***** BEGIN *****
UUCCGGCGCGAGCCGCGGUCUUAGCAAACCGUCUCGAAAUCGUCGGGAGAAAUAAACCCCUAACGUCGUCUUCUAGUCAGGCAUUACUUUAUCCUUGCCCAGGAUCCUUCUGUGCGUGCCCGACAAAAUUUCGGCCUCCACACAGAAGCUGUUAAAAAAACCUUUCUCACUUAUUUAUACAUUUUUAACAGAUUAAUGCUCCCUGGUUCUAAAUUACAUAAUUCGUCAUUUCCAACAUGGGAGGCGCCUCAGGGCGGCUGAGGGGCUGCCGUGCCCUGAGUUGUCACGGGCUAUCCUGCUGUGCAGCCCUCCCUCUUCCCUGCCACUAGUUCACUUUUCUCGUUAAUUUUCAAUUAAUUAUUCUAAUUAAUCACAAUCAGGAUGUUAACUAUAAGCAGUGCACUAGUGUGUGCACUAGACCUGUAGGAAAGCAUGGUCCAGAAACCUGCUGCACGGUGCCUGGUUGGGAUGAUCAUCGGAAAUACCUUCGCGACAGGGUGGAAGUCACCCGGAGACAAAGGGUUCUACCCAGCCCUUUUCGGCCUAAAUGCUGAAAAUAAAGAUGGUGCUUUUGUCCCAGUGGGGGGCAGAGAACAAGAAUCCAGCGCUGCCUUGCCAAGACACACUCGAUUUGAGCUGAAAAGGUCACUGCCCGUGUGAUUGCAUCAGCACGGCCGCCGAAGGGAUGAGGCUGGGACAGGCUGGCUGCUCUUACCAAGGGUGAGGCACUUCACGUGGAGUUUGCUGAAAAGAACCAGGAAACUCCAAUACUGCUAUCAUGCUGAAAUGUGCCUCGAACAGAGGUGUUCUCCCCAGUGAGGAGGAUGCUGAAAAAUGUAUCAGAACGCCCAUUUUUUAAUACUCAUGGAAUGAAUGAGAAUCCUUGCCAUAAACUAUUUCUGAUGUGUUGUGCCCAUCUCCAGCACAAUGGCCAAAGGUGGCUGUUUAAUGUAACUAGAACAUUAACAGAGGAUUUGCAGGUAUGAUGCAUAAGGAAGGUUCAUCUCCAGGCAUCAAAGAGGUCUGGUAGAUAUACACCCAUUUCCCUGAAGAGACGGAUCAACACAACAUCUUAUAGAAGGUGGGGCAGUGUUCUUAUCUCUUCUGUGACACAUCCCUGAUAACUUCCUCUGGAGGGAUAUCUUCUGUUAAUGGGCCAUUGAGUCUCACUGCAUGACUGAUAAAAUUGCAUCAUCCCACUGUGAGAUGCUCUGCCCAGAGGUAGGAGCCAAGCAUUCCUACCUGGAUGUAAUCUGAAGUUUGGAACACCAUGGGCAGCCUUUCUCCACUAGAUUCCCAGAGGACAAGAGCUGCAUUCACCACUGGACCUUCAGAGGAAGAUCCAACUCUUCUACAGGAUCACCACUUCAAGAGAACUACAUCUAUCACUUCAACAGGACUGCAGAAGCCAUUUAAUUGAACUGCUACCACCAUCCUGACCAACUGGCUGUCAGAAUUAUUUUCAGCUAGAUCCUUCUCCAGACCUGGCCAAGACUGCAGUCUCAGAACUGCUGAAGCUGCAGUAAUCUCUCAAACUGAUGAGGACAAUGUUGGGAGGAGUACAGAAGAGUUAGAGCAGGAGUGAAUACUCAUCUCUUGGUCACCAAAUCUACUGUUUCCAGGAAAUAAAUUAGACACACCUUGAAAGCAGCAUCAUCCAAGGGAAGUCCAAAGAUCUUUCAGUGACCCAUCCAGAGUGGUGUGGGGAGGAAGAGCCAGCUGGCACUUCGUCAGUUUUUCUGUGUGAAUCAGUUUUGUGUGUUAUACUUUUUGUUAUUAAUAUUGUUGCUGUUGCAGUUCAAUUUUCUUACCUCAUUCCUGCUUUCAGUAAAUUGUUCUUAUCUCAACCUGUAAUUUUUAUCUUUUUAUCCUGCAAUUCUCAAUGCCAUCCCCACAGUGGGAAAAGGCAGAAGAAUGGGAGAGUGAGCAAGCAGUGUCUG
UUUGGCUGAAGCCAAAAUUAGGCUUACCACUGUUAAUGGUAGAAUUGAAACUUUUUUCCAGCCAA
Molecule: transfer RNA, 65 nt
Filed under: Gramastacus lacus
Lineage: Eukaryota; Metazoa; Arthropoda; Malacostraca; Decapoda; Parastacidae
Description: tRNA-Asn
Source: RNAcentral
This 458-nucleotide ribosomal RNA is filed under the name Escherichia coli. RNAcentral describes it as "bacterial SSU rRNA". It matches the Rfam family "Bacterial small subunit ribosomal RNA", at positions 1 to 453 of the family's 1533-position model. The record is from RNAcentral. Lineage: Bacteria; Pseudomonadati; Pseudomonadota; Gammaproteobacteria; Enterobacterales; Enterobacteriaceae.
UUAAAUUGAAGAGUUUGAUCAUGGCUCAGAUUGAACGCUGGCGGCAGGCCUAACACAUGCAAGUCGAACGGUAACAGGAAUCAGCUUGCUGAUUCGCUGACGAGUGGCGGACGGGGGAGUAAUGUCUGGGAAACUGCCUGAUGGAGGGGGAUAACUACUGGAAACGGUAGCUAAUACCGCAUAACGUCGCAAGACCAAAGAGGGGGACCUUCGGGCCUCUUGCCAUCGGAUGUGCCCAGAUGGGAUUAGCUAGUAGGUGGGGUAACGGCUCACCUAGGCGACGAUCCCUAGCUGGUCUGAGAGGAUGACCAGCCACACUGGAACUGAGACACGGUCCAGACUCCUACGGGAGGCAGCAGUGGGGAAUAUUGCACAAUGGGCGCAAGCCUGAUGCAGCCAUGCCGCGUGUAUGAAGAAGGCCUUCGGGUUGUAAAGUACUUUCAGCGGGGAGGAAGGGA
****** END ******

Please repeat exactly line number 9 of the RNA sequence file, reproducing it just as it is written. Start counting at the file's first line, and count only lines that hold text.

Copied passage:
UUAAAUUGAAGAGUUUGAUCAUGGCUCAGAUUGAACGCUGGCGGCAGGCCUAACACAUGCAAGUCGAACGGUAACAGGAAUCAGCUUGCUGAUUCGCUGACGAGUGGCGGACGGGGGAGUAAUGUCUGGGAAACUGCCUGAUGGAGGGGGAUAACUACUGGAAACGGUAGCUAAUACCGCAUAACGUCGCAAGACCAAAGAGGGGGACCUUCGGGCCUCUUGCCAUCGGAUGUGCCCAGAUGGGAUUAGCUAGUAGGUGGGGUAACGGCUCACCUAGGCGACGAUCCCUAGCUGGUCUGAGAGGAUGACCAGCCACACUGGAACUGAGACACGGUCCAGACUCCUACGGGAGGCAGCAGUGGGGAAUAUUGCACAAUGGGCGCAAGCCUGAUGCAGCCAUGCCGCGUGUAUGAAGAAGGCCUUCGGGUUGUAAAGUACUUUCAGCGGGGAGGAAGGGA